An inspection costs a few hundred dollars now yet could save buyers tens of thousands of dollars later. Still, bidding wars and an inspector shortage have stifled demand.

CHICAGO – The hot housing market is prompting an increase in waived home inspections. But while in the past it has been an option for buyer concessions, it’s now not always being done to make an offer more enticing in a bidding war.

In some areas, a home inspection must be booked weeks in advance because inspectors’ services are in such high demand – and buyers’ contracts may give them only seven days to get an inspection completed. The tight deadlines are prompting some buyers to waive the inspection – a potentially costly mistake.

The overbooked-inspector issue is a growing problem, notes in a recent article. From March through May, many states weren’t allowing home inspections to occur due to stay-at-home restrictions from the COVID-19 outbreak. While home inspections have mostly resumed since then, pent-up demand and hot housing markets have resulted in a backlog that’s slowing down real estate deals in some parts of the country.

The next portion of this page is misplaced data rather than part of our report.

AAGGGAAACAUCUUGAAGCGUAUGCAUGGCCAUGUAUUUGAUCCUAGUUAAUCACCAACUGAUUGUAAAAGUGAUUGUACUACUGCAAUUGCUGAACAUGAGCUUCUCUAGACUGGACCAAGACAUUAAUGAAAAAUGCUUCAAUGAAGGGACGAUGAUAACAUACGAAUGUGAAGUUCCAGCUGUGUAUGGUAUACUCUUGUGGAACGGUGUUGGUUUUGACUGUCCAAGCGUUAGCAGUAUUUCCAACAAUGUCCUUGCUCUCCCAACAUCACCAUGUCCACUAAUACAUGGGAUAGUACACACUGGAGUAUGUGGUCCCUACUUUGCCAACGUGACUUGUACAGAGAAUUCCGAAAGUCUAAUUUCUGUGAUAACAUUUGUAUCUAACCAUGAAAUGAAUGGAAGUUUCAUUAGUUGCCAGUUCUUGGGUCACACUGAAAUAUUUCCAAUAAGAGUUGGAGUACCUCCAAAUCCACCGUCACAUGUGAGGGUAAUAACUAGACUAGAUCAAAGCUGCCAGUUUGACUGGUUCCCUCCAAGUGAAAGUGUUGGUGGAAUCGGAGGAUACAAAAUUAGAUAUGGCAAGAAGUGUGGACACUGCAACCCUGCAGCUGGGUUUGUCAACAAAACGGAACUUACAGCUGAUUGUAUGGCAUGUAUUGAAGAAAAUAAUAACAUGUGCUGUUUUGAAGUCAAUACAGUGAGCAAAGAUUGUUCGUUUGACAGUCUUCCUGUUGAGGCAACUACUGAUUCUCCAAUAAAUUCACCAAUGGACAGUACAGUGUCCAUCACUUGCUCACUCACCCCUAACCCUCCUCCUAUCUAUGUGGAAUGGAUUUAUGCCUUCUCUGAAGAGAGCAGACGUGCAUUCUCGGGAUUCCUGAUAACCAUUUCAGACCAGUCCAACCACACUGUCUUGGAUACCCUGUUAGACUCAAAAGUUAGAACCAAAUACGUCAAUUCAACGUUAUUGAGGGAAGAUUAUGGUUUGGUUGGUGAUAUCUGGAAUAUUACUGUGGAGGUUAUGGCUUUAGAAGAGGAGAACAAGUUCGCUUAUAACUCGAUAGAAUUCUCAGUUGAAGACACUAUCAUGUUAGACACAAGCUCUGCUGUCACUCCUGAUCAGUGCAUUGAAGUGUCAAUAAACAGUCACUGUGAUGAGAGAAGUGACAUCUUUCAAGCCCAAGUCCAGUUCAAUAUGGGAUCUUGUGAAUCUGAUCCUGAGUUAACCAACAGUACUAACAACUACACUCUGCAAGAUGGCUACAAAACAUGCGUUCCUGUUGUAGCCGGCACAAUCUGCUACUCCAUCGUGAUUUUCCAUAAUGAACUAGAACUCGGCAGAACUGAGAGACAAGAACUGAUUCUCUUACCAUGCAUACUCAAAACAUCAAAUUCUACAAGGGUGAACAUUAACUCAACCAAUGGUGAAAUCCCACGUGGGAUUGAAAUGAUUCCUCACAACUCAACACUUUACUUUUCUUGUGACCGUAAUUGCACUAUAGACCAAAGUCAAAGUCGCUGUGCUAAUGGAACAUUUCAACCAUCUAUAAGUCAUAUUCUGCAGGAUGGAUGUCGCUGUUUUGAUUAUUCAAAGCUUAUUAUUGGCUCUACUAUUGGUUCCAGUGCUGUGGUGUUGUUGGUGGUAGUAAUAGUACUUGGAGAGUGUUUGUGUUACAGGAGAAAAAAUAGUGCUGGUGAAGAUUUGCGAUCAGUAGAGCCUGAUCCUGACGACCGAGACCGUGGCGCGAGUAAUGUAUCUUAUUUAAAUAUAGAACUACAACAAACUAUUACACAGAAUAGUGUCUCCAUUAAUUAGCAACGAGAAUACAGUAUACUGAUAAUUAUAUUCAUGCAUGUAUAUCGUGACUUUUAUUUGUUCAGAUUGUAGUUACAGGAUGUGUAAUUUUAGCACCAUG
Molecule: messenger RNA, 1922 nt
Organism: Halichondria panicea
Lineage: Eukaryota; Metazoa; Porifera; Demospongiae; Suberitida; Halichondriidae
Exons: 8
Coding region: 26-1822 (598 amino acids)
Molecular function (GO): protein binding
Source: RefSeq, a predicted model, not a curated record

Some homebuyers in very active markets are also tempted to waive the inspection in multiple offer situations in an attempt to make their offer more appealing to a seller. In June, nearly 20% of successful offers submitted by Redfin real estate agents in large U.S. markets waived the inspection contingency, according to a brokerage report.

But a home inspection “is a few hundred dollars for your peace of mind,” Jean Rosalia, a residential and commercial real estate professional based in Virginia Beach, Va., told “As opposed to maybe tens of thousands of dollars down the road for something that you could not detect on your own.”

Source: “Should I Waive a Home Inspection? Why Buyers Are Willing to Right Now,”® (Sept. 18, 2020)

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